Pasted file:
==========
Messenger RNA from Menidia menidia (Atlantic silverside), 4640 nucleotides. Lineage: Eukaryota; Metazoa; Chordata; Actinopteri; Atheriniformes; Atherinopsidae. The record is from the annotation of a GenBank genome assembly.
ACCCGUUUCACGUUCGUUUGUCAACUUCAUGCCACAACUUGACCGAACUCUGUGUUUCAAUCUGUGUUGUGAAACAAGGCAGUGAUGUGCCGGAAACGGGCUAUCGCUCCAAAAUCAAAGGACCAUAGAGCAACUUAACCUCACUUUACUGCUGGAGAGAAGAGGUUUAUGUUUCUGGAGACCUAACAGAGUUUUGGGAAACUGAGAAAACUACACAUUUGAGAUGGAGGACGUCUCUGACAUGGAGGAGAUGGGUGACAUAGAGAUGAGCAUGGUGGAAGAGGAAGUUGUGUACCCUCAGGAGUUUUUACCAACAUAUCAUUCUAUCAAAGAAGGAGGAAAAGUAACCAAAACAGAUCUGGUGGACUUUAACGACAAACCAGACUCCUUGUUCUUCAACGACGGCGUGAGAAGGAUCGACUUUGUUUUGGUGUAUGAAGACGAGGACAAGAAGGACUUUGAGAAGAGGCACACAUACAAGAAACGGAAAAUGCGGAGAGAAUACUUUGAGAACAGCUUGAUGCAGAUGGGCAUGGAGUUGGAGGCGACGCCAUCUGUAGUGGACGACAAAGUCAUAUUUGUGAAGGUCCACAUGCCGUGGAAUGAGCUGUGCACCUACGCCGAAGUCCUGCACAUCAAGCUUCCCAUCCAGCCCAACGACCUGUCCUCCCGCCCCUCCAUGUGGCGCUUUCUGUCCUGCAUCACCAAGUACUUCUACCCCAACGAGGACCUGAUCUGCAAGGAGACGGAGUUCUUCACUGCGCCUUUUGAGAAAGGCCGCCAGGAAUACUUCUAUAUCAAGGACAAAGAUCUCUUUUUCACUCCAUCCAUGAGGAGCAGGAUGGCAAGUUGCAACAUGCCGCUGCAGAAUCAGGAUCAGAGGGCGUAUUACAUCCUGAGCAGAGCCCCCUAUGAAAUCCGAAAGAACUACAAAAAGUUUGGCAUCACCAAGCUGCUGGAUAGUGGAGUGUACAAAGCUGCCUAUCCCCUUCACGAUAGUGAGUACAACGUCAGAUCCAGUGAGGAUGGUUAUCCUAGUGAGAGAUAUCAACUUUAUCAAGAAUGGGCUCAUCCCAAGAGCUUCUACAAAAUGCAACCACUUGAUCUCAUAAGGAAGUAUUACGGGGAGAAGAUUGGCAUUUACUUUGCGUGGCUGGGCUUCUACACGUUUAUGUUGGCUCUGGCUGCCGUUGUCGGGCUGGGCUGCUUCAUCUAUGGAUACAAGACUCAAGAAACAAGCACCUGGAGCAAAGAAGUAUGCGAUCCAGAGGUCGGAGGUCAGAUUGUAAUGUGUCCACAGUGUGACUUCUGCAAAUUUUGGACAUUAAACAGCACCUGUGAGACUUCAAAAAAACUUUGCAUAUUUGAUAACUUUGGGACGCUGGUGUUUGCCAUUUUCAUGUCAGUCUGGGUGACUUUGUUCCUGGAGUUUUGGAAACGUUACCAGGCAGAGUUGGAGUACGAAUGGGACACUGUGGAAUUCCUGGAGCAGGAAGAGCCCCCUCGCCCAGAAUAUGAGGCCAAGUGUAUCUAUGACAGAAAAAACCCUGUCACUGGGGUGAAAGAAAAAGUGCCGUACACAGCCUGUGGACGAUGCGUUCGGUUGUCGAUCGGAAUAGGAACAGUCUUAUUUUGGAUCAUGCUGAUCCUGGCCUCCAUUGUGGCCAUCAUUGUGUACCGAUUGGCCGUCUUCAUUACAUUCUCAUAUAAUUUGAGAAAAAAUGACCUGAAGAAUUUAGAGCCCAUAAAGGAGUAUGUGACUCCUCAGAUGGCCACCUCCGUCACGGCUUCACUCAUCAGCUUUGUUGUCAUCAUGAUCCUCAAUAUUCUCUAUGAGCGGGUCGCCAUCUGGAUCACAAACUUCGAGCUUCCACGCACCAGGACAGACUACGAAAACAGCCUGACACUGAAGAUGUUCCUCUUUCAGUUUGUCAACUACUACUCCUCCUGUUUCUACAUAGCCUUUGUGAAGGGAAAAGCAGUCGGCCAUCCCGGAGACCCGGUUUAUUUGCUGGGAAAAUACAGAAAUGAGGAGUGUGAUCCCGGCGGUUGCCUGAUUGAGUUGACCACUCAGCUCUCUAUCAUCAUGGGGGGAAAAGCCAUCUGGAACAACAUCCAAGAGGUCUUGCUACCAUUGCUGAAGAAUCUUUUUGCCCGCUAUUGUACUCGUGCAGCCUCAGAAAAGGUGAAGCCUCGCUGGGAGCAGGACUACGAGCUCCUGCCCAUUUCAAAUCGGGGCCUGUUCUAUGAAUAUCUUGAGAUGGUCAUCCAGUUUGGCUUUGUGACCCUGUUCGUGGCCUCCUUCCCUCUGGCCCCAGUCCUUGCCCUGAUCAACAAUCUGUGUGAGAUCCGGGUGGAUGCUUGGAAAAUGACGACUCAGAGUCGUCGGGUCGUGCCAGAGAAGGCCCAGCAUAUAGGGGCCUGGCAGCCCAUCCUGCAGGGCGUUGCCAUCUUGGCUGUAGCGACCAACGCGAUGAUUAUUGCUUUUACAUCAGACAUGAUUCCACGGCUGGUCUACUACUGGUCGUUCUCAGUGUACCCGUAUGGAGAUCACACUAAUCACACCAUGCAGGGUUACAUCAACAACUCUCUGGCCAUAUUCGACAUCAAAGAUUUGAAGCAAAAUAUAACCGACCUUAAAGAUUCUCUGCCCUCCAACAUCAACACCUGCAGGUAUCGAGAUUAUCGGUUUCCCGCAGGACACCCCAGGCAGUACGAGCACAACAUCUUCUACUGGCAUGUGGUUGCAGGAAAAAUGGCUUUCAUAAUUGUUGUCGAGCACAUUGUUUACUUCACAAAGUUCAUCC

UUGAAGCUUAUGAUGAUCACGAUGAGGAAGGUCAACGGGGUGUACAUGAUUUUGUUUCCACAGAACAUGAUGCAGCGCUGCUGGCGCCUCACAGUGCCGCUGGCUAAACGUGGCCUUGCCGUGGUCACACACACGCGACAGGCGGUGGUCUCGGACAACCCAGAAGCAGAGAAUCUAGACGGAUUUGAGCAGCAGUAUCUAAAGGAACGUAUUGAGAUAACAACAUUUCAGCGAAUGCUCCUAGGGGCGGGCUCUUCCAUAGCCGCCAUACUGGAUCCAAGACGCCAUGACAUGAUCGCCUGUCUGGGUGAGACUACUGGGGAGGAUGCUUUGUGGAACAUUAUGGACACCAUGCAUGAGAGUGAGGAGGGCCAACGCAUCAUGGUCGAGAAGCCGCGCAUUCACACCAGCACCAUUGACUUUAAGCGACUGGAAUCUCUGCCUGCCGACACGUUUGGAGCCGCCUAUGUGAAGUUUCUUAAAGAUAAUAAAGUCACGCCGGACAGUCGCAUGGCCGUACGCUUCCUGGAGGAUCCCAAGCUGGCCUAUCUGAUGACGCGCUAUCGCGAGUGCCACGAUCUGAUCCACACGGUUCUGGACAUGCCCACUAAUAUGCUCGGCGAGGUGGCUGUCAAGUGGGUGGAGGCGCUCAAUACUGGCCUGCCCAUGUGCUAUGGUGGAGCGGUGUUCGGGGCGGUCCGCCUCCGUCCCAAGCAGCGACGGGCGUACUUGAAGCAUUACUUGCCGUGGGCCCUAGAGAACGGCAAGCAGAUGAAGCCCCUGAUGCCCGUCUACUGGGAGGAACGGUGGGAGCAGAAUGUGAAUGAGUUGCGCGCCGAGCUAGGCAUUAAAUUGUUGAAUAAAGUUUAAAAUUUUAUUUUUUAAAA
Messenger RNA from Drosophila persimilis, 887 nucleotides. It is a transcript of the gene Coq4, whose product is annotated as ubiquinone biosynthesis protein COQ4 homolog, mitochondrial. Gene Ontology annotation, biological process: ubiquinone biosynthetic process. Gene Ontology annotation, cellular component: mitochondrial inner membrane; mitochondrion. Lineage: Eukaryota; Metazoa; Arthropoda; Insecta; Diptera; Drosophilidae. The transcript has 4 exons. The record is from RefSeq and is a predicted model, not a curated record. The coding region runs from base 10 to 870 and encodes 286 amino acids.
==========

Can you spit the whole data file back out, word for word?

Messenger RNA from Menidia menidia (Atlantic silverside), 4640 nucleotides. Lineage: Eukaryota; Metazoa; Chordata; Actinopteri; Atheriniformes; Atherinopsidae. The record is from the annotation of a GenBank genome assembly.
ACCCGUUUCACGUUCGUUUGUCAACUUCAUGCCACAACUUGACCGAACUCUGUGUUUCAAUCUGUGUUGUGAAACAAGGCAGUGAUGUGCCGGAAACGGGCUAUCGCUCCAAAAUCAAAGGACCAUAGAGCAACUUAACCUCACUUUACUGCUGGAGAGAAGAGGUUUAUGUUUCUGGAGACCUAACAGAGUUUUGGGAAACUGAGAAAACUACACAUUUGAGAUGGAGGACGUCUCUGACAUGGAGGAGAUGGGUGACAUAGAGAUGAGCAUGGUGGAAGAGGAAGUUGUGUACCCUCAGGAGUUUUUACCAACAUAUCAUUCUAUCAAAGAAGGAGGAAAAGUAACCAAAACAGAUCUGGUGGACUUUAACGACAAACCAGACUCCUUGUUCUUCAACGACGGCGUGAGAAGGAUCGACUUUGUUUUGGUGUAUGAAGACGAGGACAAGAAGGACUUUGAGAAGAGGCACACAUACAAGAAACGGAAAAUGCGGAGAGAAUACUUUGAGAACAGCUUGAUGCAGAUGGGCAUGGAGUUGGAGGCGACGCCAUCUGUAGUGGACGACAAAGUCAUAUUUGUGAAGGUCCACAUGCCGUGGAAUGAGCUGUGCACCUACGCCGAAGUCCUGCACAUCAAGCUUCCCAUCCAGCCCAACGACCUGUCCUCCCGCCCCUCCAUGUGGCGCUUUCUGUCCUGCAUCACCAAGUACUUCUACCCCAACGAGGACCUGAUCUGCAAGGAGACGGAGUUCUUCACUGCGCCUUUUGAGAAAGGCCGCCAGGAAUACUUCUAUAUCAAGGACAAAGAUCUCUUUUUCACUCCAUCCAUGAGGAGCAGGAUGGCAAGUUGCAACAUGCCGCUGCAGAAUCAGGAUCAGAGGGCGUAUUACAUCCUGAGCAGAGCCCCCUAUGAAAUCCGAAAGAACUACAAAAAGUUUGGCAUCACCAAGCUGCUGGAUAGUGGAGUGUACAAAGCUGCCUAUCCCCUUCACGAUAGUGAGUACAACGUCAGAUCCAGUGAGGAUGGUUAUCCUAGUGAGAGAUAUCAACUUUAUCAAGAAUGGGCUCAUCCCAAGAGCUUCUACAAAAUGCAACCACUUGAUCUCAUAAGGAAGUAUUACGGGGAGAAGAUUGGCAUUUACUUUGCGUGGCUGGGCUUCUACACGUUUAUGUUGGCUCUGGCUGCCGUUGUCGGGCUGGGCUGCUUCAUCUAUGGAUACAAGACUCAAGAAACAAGCACCUGGAGCAAAGAAGUAUGCGAUCCAGAGGUCGGAGGUCAGAUUGUAAUGUGUCCACAGUGUGACUUCUGCAAAUUUUGGACAUUAAACAGCACCUGUGAGACUUCAAAAAAACUUUGCAUAUUUGAUAACUUUGGGACGCUGGUGUUUGCCAUUUUCAUGUCAGUCUGGGUGACUUUGUUCCUGGAGUUUUGGAAACGUUACCAGGCAGAGUUGGAGUACGAAUGGGACACUGUGGAAUUCCUGGAGCAGGAAGAGCCCCCUCGCCCAGAAUAUGAGGCCAAGUGUAUCUAUGACAGAAAAAACCCUGUCACUGGGGUGAAAGAAAAAGUGCCGUACACAGCCUGUGGACGAUGCGUUCGGUUGUCGAUCGGAAUAGGAACAGUCUUAUUUUGGAUCAUGCUGAUCCUGGCCUCCAUUGUGGCCAUCAUUGUGUACCGAUUGGCCGUCUUCAUUACAUUCUCAUAUAAUUUGAGAAAAAAUGACCUGAAGAAUUUAGAGCCCAUAAAGGAGUAUGUGACUCCUCAGAUGGCCACCUCCGUCACGGCUUCACUCAUCAGCUUUGUUGUCAUCAUGAUCCUCAAUAUUCUCUAUGAGCGGGUCGCCAUCUGGAUCACAAACUUCGAGCUUCCACGCACCAGGACAGACUACGAAAACAGCCUGACACUGAAGAUGUUCCUCUUUCAGUUUGUCAACUACUACUCCUCCUGUUUCUACAUAGCCUUUGUGAAGGGAAAAGCAGUCGGCCAUCCCGGAGACCCGGUUUAUUUGCUGGGAAAAUACAGAAAUGAGGAGUGUGAUCCCGGCGGUUGCCUGAUUGAGUUGACCACUCAGCUCUCUAUCAUCAUGGGGGGAAAAGCCAUCUGGAACAACAUCCAAGAGGUCUUGCUACCAUUGCUGAAGAAUCUUUUUGCCCGCUAUUGUACUCGUGCAGCCUCAGAAAAGGUGAAGCCUCGCUGGGAGCAGGACUACGAGCUCCUGCCCAUUUCAAAUCGGGGCCUGUUCUAUGAAUAUCUUGAGAUGGUCAUCCAGUUUGGCUUUGUGACCCUGUUCGUGGCCUCCUUCCCUCUGGCCCCAGUCCUUGCCCUGAUCAACAAUCUGUGUGAGAUCCGGGUGGAUGCUUGGAAAAUGACGACUCAGAGUCGUCGGGUCGUGCCAGAGAAGGCCCAGCAUAUAGGGGCCUGGCAGCCCAUCCUGCAGGGCGUUGCCAUCUUGGCUGUAGCGACCAACGCGAUGAUUAUUGCUUUUACAUCAGACAUGAUUCCACGGCUGGUCUACUACUGGUCGUUCUCAGUGUACCCGUAUGGAGAUCACACUAAUCACACCAUGCAGGGUUACAUCAACAACUCUCUGGCCAUAUUCGACAUCAAAGAUUUGAAGCAAAAUAUAACCGACCUUAAAGAUUCUCUGCCCUCCAACAUCAACACCUGCAGGUAUCGAGAUUAUCGGUUUCCCGCAGGACACCCCAGGCAGUACGAGCACAACAUCUUCUACUGGCAUGUGGUUGCAGGAAAAAUGGCUUUCAUAAUUGUUGUCGAGCACAUUGUUUACUUCACAAAGUUCAUCC

UUGAAGCUUAUGAUGAUCACGAUGAGGAAGGUCAACGGGGUGUACAUGAUUUUGUUUCCACAGAACAUGAUGCAGCGCUGCUGGCGCCUCACAGUGCCGCUGGCUAAACGUGGCCUUGCCGUGGUCACACACACGCGACAGGCGGUGGUCUCGGACAACCCAGAAGCAGAGAAUCUAGACGGAUUUGAGCAGCAGUAUCUAAAGGAACGUAUUGAGAUAACAACAUUUCAGCGAAUGCUCCUAGGGGCGGGCUCUUCCAUAGCCGCCAUACUGGAUCCAAGACGCCAUGACAUGAUCGCCUGUCUGGGUGAGACUACUGGGGAGGAUGCUUUGUGGAACAUUAUGGACACCAUGCAUGAGAGUGAGGAGGGCCAACGCAUCAUGGUCGAGAAGCCGCGCAUUCACACCAGCACCAUUGACUUUAAGCGACUGGAAUCUCUGCCUGCCGACACGUUUGGAGCCGCCUAUGUGAAGUUUCUUAAAGAUAAUAAAGUCACGCCGGACAGUCGCAUGGCCGUACGCUUCCUGGAGGAUCCCAAGCUGGCCUAUCUGAUGACGCGCUAUCGCGAGUGCCACGAUCUGAUCCACACGGUUCUGGACAUGCCCACUAAUAUGCUCGGCGAGGUGGCUGUCAAGUGGGUGGAGGCGCUCAAUACUGGCCUGCCCAUGUGCUAUGGUGGAGCGGUGUUCGGGGCGGUCCGCCUCCGUCCCAAGCAGCGACGGGCGUACUUGAAGCAUUACUUGCCGUGGGCCCUAGAGAACGGCAAGCAGAUGAAGCCCCUGAUGCCCGUCUACUGGGAGGAACGGUGGGAGCAGAAUGUGAAUGAGUUGCGCGCCGAGCUAGGCAUUAAAUUGUUGAAUAAAGUUUAAAAUUUUAUUUUUUAAAA
Messenger RNA from Drosophila persimilis, 887 nucleotides. It is a transcript of the gene Coq4, whose product is annotated as ubiquinone biosynthesis protein COQ4 homolog, mitochondrial. Gene Ontology annotation, biological process: ubiquinone biosynthetic process. Gene Ontology annotation, cellular component: mitochondrial inner membrane; mitochondrion. Lineage: Eukaryota; Metazoa; Arthropoda; Insecta; Diptera; Drosophilidae. The transcript has 4 exons. The record is from RefSeq and is a predicted model, not a curated record. The coding region runs from base 10 to 870 and encodes 286 amino acids.